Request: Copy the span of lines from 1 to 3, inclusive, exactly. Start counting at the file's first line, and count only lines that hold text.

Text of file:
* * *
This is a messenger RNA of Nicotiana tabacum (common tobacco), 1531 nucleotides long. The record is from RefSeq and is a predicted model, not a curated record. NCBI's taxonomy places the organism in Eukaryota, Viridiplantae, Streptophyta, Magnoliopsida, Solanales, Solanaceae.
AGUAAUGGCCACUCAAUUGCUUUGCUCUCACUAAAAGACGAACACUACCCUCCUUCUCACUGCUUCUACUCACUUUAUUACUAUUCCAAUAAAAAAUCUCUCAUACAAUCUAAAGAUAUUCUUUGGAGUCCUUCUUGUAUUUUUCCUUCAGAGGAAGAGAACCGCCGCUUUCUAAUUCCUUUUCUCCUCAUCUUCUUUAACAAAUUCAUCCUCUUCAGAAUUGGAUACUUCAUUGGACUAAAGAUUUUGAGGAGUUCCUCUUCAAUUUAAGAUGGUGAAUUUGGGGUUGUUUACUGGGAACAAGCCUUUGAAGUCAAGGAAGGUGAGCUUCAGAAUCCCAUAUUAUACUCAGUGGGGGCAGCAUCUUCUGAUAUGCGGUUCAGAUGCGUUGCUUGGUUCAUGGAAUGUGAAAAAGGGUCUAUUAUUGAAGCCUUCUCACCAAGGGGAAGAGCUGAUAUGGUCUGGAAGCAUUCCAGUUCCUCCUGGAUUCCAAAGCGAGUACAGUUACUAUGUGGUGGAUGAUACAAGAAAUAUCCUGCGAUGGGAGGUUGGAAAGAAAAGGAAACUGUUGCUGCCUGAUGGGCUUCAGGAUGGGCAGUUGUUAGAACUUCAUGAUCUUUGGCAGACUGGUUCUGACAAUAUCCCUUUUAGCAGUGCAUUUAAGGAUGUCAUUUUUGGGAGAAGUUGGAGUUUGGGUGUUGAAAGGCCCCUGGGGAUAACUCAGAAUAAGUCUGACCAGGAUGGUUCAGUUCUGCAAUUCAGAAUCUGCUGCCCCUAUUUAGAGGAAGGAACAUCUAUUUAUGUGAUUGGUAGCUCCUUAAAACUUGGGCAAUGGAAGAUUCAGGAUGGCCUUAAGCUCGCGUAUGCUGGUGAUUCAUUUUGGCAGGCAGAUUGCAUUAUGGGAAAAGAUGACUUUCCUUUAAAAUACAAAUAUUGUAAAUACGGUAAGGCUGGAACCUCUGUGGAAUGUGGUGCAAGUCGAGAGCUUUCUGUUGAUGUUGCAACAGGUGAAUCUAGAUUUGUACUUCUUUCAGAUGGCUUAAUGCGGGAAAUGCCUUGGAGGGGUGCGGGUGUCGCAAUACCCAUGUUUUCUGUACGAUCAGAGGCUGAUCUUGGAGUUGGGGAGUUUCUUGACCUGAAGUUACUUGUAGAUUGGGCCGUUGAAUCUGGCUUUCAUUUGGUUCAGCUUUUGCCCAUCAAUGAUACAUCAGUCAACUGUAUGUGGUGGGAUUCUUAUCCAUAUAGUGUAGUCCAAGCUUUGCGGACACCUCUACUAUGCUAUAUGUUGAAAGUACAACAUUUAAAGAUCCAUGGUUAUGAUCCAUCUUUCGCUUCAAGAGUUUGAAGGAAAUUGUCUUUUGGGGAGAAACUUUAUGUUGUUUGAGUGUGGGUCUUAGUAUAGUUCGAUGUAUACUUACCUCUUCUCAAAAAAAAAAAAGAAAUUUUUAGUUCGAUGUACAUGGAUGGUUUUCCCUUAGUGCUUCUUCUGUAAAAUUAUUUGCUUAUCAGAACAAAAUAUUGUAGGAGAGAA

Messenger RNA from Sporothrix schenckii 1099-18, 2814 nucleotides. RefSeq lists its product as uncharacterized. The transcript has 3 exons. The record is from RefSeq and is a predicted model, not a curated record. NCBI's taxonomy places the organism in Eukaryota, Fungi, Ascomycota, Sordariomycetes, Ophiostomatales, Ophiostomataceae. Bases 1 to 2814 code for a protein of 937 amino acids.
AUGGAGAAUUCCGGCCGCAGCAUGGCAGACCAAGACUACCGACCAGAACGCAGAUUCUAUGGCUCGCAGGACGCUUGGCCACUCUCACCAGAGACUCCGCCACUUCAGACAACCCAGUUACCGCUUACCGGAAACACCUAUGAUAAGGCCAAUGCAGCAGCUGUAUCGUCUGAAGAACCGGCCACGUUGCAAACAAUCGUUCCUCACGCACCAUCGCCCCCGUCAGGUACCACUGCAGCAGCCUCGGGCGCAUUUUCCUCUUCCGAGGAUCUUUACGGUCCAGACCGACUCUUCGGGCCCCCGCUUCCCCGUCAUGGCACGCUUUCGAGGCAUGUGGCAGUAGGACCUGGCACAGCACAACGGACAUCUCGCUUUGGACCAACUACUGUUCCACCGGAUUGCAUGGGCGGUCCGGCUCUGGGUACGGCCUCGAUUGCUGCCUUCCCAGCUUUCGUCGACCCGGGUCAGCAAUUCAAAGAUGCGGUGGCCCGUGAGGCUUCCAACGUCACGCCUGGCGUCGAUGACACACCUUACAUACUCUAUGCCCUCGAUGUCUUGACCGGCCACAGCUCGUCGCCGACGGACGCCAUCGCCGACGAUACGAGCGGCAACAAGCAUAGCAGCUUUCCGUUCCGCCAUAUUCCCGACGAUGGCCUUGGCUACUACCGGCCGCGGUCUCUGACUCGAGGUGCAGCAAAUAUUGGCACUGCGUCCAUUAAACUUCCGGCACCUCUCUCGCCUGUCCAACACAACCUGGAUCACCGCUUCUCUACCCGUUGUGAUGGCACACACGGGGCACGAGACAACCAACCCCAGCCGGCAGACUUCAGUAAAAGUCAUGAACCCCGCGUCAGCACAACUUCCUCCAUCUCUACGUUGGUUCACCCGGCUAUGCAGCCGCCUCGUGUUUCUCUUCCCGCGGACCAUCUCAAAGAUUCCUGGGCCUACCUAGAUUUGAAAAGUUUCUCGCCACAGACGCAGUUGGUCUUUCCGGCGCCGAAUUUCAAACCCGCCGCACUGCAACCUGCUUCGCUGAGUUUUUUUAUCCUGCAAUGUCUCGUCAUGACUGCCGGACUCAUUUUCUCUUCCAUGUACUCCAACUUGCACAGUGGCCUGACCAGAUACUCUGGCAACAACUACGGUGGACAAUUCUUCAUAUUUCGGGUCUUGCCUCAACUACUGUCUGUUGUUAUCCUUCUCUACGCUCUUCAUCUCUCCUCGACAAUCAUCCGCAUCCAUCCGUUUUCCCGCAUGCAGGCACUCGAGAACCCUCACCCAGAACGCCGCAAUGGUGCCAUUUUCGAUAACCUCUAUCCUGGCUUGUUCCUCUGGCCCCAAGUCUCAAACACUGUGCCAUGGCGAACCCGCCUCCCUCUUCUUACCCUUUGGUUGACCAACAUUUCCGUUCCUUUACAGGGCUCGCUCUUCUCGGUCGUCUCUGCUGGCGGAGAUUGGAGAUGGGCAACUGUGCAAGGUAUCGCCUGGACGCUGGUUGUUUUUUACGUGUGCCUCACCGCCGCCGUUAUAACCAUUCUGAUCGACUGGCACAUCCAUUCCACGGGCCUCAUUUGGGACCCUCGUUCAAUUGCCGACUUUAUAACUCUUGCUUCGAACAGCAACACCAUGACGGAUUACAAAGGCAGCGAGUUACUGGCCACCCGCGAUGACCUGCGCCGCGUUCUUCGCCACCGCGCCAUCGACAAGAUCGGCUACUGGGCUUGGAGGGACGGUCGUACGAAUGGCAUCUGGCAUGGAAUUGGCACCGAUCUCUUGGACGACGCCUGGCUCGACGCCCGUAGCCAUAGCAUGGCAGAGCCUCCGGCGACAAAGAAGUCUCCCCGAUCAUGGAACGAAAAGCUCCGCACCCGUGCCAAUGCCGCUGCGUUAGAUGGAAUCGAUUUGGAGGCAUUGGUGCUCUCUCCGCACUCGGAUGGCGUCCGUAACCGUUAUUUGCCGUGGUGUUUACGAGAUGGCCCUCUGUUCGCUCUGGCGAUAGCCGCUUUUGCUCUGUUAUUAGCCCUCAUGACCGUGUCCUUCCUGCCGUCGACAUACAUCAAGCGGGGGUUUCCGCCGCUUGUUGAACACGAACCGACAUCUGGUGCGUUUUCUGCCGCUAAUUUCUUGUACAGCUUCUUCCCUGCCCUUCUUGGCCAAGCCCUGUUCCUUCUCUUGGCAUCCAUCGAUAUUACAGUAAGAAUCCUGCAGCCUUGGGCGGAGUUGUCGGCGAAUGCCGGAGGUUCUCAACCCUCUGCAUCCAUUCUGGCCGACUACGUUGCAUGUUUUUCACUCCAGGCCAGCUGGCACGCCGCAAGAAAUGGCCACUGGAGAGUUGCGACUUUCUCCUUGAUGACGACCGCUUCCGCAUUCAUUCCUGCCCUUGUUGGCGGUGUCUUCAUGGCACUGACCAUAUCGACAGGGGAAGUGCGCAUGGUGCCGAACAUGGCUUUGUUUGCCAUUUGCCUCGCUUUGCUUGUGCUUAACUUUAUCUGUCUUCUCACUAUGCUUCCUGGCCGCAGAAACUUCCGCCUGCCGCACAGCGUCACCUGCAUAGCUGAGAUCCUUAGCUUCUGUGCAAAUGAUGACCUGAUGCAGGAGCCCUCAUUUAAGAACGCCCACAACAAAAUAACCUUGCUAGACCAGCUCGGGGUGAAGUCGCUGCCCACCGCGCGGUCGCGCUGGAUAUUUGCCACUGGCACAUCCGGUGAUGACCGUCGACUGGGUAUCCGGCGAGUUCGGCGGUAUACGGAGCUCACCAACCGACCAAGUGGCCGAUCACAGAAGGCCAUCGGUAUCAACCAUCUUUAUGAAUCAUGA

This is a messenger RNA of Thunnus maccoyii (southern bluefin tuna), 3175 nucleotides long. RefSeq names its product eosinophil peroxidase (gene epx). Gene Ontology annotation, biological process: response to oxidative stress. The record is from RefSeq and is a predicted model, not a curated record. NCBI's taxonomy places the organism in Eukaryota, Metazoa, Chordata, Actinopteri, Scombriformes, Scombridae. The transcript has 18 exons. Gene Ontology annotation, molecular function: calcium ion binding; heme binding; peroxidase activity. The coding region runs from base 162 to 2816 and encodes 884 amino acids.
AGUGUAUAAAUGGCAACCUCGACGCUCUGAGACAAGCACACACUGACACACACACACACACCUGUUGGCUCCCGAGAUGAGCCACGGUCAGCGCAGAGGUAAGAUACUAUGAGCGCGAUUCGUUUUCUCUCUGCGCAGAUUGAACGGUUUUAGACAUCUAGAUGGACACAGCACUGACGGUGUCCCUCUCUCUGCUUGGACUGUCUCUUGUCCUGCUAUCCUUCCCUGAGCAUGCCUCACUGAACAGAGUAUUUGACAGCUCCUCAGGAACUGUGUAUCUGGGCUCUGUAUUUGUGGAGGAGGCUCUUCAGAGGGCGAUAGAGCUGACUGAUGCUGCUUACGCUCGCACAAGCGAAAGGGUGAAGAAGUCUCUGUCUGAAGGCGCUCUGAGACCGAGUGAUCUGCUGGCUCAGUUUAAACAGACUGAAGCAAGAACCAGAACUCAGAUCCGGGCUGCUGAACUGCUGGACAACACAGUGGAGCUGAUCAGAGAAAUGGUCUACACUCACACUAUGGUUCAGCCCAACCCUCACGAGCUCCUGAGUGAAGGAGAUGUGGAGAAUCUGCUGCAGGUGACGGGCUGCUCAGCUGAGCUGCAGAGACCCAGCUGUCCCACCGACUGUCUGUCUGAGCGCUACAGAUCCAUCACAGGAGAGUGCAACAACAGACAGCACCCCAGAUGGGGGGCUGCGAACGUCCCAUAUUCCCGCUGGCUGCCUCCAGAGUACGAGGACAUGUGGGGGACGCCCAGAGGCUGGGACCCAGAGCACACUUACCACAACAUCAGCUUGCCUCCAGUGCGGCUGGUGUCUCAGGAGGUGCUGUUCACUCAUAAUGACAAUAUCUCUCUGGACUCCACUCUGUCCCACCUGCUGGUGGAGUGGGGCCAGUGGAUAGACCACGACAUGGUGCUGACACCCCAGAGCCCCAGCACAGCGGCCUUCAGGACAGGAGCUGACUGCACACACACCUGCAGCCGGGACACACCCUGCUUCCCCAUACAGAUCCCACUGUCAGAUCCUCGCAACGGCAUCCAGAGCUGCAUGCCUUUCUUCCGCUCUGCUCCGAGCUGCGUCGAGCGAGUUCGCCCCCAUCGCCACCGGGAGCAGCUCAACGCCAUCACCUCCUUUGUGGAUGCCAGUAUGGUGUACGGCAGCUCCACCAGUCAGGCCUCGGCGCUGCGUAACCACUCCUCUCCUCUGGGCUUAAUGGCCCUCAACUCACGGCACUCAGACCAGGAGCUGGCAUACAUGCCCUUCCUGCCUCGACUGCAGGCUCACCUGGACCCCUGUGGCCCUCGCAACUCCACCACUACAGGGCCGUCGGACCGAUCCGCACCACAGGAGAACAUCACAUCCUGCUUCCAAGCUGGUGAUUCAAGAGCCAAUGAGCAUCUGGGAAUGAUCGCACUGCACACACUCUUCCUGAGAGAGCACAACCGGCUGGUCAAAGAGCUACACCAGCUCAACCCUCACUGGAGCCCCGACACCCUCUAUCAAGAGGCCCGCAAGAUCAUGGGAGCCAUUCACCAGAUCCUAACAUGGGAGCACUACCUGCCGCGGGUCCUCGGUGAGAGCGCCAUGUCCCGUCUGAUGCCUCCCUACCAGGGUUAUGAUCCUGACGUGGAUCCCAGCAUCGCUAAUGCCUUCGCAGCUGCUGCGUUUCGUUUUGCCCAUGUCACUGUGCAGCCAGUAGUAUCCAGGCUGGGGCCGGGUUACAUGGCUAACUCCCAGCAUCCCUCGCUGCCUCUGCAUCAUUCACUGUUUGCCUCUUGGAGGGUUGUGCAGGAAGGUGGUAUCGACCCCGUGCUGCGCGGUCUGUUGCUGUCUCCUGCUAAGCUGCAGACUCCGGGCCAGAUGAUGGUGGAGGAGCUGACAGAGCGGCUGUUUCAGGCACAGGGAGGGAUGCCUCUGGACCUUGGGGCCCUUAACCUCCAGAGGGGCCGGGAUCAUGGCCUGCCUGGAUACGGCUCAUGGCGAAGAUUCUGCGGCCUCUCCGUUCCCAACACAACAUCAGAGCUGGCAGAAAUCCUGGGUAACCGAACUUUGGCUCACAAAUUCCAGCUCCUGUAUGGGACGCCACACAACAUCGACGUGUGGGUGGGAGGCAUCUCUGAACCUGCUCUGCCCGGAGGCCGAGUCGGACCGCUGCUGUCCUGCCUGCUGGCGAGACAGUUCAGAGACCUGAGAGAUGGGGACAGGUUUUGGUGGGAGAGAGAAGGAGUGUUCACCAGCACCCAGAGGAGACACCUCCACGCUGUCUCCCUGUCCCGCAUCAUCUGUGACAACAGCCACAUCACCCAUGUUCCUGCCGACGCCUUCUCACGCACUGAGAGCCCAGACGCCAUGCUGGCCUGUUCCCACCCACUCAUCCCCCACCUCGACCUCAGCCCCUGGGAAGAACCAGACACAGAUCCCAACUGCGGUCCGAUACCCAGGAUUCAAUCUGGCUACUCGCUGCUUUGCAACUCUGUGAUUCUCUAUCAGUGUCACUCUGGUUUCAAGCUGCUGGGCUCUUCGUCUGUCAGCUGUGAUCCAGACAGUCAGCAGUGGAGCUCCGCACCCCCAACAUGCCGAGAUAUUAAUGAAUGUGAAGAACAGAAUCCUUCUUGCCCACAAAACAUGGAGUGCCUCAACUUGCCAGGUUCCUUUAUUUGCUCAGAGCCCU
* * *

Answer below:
This is a messenger RNA of Nicotiana tabacum (common tobacco), 1531 nucleotides long. The record is from RefSeq and is a predicted model, not a curated record. NCBI's taxonomy places the organism in Eukaryota, Viridiplantae, Streptophyta, Magnoliopsida, Solanales, Solanaceae.
AGUAAUGGCCACUCAAUUGCUUUGCUCUCACUAAAAGACGAACACUACCCUCCUUCUCACUGCUUCUACUCACUUUAUUACUAUUCCAAUAAAAAAUCUCUCAUACAAUCUAAAGAUAUUCUUUGGAGUCCUUCUUGUAUUUUUCCUUCAGAGGAAGAGAACCGCCGCUUUCUAAUUCCUUUUCUCCUCAUCUUCUUUAACAAAUUCAUCCUCUUCAGAAUUGGAUACUUCAUUGGACUAAAGAUUUUGAGGAGUUCCUCUUCAAUUUAAGAUGGUGAAUUUGGGGUUGUUUACUGGGAACAAGCCUUUGAAGUCAAGGAAGGUGAGCUUCAGAAUCCCAUAUUAUACUCAGUGGGGGCAGCAUCUUCUGAUAUGCGGUUCAGAUGCGUUGCUUGGUUCAUGGAAUGUGAAAAAGGGUCUAUUAUUGAAGCCUUCUCACCAAGGGGAAGAGCUGAUAUGGUCUGGAAGCAUUCCAGUUCCUCCUGGAUUCCAAAGCGAGUACAGUUACUAUGUGGUGGAUGAUACAAGAAAUAUCCUGCGAUGGGAGGUUGGAAAGAAAAGGAAACUGUUGCUGCCUGAUGGGCUUCAGGAUGGGCAGUUGUUAGAACUUCAUGAUCUUUGGCAGACUGGUUCUGACAAUAUCCCUUUUAGCAGUGCAUUUAAGGAUGUCAUUUUUGGGAGAAGUUGGAGUUUGGGUGUUGAAAGGCCCCUGGGGAUAACUCAGAAUAAGUCUGACCAGGAUGGUUCAGUUCUGCAAUUCAGAAUCUGCUGCCCCUAUUUAGAGGAAGGAACAUCUAUUUAUGUGAUUGGUAGCUCCUUAAAACUUGGGCAAUGGAAGAUUCAGGAUGGCCUUAAGCUCGCGUAUGCUGGUGAUUCAUUUUGGCAGGCAGAUUGCAUUAUGGGAAAAGAUGACUUUCCUUUAAAAUACAAAUAUUGUAAAUACGGUAAGGCUGGAACCUCUGUGGAAUGUGGUGCAAGUCGAGAGCUUUCUGUUGAUGUUGCAACAGGUGAAUCUAGAUUUGUACUUCUUUCAGAUGGCUUAAUGCGGGAAAUGCCUUGGAGGGGUGCGGGUGUCGCAAUACCCAUGUUUUCUGUACGAUCAGAGGCUGAUCUUGGAGUUGGGGAGUUUCUUGACCUGAAGUUACUUGUAGAUUGGGCCGUUGAAUCUGGCUUUCAUUUGGUUCAGCUUUUGCCCAUCAAUGAUACAUCAGUCAACUGUAUGUGGUGGGAUUCUUAUCCAUAUAGUGUAGUCCAAGCUUUGCGGACACCUCUACUAUGCUAUAUGUUGAAAGUACAACAUUUAAAGAUCCAUGGUUAUGAUCCAUCUUUCGCUUCAAGAGUUUGAAGGAAAUUGUCUUUUGGGGAGAAACUUUAUGUUGUUUGAGUGUGGGUCUUAGUAUAGUUCGAUGUAUACUUACCUCUUCUCAAAAAAAAAAAAGAAAUUUUUAGUUCGAUGUACAUGGAUGGUUUUCCCUUAGUGCUUCUUCUGUAAAAUUAUUUGCUUAUCAGAACAAAAUAUUGUAGGAGAGAA

Messenger RNA from Sporothrix schenckii 1099-18, 2814 nucleotides. RefSeq lists its product as uncharacterized. The transcript has 3 exons. The record is from RefSeq and is a predicted model, not a curated record. NCBI's taxonomy places the organism in Eukaryota, Fungi, Ascomycota, Sordariomycetes, Ophiostomatales, Ophiostomataceae. Bases 1 to 2814 code for a protein of 937 amino acids.